Why start-ups fail in first 5 years
25/11/2014 / Comments 0
Business survival rates have fallen significantly in recent years, to the extent that more than half of SMEs (55%) do not make it to their 5th birthday, according to a new report from commercial insurance firm RSA.
The study, Growing Pains, shows that, despite recent economic improvements, small business survival rates in the UK remain lower than before the recession.
Here we look at five factors that could contribute to business failure.
The core product or service offering is what the success of the business hinges on so it’s essential that this is right from the start. If there isn’t an appetite for your product or service, the company simply has no chance of succeeding.
Before setting up a business it’s important to thoroughly research your target audience, the size of the market and its potential longevity, as well as the competitors (direct and indirect) – you wouldn’t go into an exam unprepared so why do the same with a business?
However, sometimes the excitement and passion behind a business idea can cause people to set up without fully understanding what they are getting into. If this has happened to you it may not be too late to rectify the problem.
Take a look at your competitors and see what they’re doing. Can you make improvements to their offering to position yourself as the market leader? Is there something they’ve missed that could solve a problem your customer base has?
Failure to secure funding
38% of UK SME owners quizzed cited lack of bank lending as a barrier to growth. For businesses starting out, a lack of trading history can mean that more traditional funding is harder to secure. Added to the backdrop of a general decline in bank lending in recent years, it can seem like there are few options for fledgling businesses.
However, alternative forms of finance such as asset based finance have seen an increase and, as funding is secured against business assets, there is less requirement for a proven track record.
The funding landscape as a whole is changing, with new funding methods such as crowdfunding growing in popularity. It’s important that businesses do their research and keep an open mind to get the most appropriate funding for their business’s needs.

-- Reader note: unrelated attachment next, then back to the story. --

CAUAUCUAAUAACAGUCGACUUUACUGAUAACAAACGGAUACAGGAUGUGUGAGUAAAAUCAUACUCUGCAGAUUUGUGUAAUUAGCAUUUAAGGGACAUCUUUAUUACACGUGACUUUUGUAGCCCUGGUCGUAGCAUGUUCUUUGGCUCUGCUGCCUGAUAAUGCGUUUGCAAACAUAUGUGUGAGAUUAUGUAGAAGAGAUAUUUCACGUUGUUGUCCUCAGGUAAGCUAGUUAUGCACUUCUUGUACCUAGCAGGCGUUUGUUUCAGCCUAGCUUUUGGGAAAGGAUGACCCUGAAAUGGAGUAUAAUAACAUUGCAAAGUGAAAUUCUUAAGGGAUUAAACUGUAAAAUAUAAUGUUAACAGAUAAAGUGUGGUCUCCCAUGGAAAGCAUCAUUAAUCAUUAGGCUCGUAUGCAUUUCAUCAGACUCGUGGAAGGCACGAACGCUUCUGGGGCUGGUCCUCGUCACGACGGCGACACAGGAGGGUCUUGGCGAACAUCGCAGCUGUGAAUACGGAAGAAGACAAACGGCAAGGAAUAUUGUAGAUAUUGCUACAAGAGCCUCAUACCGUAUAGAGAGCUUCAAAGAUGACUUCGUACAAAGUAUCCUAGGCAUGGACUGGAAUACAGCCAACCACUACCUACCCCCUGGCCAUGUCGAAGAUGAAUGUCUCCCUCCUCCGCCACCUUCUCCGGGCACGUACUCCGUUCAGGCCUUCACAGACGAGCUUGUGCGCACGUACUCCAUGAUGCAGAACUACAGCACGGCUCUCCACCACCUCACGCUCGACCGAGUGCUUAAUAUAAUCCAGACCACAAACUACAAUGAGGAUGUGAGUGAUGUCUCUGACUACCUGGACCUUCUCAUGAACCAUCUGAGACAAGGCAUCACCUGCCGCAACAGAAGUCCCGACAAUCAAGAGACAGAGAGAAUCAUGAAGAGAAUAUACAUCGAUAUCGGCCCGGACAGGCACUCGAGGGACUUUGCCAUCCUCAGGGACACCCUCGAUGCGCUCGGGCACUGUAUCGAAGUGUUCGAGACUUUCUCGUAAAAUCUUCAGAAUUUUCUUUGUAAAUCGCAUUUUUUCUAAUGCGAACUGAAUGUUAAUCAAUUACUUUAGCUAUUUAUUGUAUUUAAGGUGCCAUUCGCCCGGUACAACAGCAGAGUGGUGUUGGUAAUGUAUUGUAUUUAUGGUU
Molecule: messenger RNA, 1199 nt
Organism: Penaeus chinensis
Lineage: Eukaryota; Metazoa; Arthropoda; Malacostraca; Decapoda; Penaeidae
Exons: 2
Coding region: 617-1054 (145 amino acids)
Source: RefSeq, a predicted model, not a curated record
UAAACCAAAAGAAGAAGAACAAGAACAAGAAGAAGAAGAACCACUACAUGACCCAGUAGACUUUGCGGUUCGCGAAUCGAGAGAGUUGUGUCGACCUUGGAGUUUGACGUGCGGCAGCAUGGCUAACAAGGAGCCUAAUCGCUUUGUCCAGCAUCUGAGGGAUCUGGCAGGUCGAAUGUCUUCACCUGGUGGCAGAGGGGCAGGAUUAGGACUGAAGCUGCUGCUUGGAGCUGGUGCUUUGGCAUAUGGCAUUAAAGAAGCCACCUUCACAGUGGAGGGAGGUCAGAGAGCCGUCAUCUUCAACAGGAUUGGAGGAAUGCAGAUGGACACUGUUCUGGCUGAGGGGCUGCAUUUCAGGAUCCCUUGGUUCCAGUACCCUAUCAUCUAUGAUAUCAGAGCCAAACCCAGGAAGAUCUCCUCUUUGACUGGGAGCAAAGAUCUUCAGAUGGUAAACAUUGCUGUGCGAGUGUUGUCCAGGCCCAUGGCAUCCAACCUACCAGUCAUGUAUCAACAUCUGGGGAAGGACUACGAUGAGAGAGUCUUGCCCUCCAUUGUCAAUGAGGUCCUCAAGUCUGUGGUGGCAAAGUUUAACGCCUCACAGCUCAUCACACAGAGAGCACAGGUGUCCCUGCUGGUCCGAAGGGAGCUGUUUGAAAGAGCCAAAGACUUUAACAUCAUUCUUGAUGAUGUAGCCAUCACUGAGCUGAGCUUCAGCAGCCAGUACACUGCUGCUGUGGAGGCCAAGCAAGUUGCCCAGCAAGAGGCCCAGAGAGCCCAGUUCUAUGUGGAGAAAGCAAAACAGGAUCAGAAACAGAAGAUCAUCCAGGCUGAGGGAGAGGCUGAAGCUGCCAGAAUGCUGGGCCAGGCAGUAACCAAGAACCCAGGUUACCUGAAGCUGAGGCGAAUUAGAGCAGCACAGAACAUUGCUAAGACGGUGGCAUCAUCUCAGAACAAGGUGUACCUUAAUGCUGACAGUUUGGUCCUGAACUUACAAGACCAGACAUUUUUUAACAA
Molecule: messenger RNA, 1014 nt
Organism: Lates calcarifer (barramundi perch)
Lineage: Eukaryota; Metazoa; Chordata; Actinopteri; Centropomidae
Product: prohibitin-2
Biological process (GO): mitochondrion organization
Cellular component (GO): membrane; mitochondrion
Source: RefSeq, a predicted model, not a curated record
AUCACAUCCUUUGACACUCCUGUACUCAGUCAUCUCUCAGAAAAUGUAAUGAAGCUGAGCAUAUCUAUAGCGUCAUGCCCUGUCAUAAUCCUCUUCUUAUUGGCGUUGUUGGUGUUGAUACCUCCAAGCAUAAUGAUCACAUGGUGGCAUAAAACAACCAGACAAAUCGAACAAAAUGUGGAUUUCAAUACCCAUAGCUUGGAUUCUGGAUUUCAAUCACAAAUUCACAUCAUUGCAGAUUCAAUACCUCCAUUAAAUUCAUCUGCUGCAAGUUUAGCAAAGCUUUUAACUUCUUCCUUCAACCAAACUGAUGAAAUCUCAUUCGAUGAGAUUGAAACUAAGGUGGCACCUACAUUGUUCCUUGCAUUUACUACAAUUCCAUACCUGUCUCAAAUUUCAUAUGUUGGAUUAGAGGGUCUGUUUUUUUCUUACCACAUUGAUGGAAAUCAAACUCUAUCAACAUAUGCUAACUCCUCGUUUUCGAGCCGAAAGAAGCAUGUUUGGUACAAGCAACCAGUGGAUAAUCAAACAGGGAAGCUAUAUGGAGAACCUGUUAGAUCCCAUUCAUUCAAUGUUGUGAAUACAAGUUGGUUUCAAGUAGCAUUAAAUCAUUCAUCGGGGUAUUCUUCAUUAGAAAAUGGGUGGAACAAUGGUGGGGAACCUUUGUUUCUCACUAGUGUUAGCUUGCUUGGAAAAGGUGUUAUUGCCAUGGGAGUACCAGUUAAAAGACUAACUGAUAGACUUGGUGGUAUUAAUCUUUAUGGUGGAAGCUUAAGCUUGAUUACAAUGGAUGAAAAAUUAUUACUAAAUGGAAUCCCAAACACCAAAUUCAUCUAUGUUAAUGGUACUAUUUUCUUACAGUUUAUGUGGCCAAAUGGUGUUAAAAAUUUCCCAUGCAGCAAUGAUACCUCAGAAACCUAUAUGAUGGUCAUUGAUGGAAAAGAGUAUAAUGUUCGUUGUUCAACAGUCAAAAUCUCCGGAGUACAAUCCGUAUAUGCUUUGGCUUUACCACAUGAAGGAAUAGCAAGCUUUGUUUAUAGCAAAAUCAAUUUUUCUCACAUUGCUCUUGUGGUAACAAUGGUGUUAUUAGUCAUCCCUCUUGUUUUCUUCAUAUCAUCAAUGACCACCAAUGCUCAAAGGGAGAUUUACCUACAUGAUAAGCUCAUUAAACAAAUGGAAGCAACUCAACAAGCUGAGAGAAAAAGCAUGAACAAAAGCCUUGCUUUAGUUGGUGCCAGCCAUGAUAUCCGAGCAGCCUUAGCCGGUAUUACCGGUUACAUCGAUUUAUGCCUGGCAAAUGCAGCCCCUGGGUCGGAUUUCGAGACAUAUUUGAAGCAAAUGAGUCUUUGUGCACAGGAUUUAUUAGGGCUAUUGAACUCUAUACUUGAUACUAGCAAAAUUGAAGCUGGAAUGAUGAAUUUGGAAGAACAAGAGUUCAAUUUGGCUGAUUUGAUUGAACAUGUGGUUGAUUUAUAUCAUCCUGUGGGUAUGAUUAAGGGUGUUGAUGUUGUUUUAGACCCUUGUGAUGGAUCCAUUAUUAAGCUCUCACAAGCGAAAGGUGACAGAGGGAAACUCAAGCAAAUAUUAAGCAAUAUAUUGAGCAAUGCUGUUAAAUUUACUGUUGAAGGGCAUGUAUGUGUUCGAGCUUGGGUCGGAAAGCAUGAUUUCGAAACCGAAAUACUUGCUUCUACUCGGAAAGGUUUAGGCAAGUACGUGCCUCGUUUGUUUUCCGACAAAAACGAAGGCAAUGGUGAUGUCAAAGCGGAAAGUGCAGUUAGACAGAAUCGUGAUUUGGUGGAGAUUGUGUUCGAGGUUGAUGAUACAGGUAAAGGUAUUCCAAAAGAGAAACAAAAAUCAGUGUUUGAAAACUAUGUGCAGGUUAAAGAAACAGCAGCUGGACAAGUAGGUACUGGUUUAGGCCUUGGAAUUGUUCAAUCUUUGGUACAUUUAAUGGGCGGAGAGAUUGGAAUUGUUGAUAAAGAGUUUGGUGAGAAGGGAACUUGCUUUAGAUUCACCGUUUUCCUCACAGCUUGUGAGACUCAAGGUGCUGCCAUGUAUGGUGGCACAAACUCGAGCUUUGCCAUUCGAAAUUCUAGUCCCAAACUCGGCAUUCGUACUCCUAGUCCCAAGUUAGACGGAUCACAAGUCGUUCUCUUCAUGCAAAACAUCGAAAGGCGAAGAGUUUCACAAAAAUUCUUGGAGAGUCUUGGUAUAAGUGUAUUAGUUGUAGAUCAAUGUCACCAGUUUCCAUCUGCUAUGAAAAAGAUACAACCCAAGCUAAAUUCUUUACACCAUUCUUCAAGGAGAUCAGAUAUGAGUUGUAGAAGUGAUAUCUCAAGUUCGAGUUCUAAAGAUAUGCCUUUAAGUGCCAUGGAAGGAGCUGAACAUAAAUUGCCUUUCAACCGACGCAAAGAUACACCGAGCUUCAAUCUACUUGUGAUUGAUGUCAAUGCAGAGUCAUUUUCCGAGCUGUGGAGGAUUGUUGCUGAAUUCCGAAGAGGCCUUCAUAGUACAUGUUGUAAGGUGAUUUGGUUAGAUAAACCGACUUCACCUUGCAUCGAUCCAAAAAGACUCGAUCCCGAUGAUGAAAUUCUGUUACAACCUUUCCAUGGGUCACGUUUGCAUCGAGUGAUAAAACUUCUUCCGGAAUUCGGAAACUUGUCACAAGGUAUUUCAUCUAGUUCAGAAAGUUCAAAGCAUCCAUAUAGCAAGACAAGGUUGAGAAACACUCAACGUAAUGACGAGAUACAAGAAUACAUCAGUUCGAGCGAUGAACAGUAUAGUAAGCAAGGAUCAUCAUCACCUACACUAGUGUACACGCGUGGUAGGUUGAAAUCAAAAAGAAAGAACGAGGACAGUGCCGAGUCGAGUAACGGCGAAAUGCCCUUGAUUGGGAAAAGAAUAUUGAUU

Rising business costs
Rising costs were another top concern for businesses, with 36% labelling it as a barrier to growth. Increasing energy costs were also cited as a top concern for 34% of those surveyed.
With costs constantly fluctuating, it can be hard to accurately budget your business expenditure. This is why it’s important to include potential cost increases in your forecasts. But, there are steps you can take to help mitigate the impact of rising costs across your business. For example, when was the last time your benchmarked your suppliers?
Late payment continues to put pressure on SMEs with 35% of businesses surveyed labelling late payment and cash flow issues as a barrier to growth.
This highlights the importance of having a good solid credit control procedure in place to make sure you are getting paid when you should be. It should have buy in from all areas of the business, including the sales team, and encompass every stage of a purchase from before the order is placed to after payment is collected. Getting to know your customer before you offer credit terms and invoicing promptly and accurately to avoid any delays or disputes are crucial.
Unfortunately sometimes matters beyond your control can cause what was a good business idea to fall on its head. Unexpected world events, natural disasters and economic changes, to name a few, can all impact your business’s chances of survival but are completely out of your hands.
If you find yourself faced with a problem such as this, if possible, it can be a good idea to take time away from the business to fully evaluate the situation and wait to see if conditions improve before you attempt to make a go of it again. Reviewing whether the business could use its existing capabilities to diversify to meet a resulting new or modified demand could result in a positive outcome. If you are able to capitalise on opportunities such as this when competitors are failing, you could secure a great position for your business.
Whilst these problems can all be contributing factors to a small business’s failure it is likely to be a combination of both internal and external influences. The most important thing for your business is to spot the warning signs early on and take action immediately.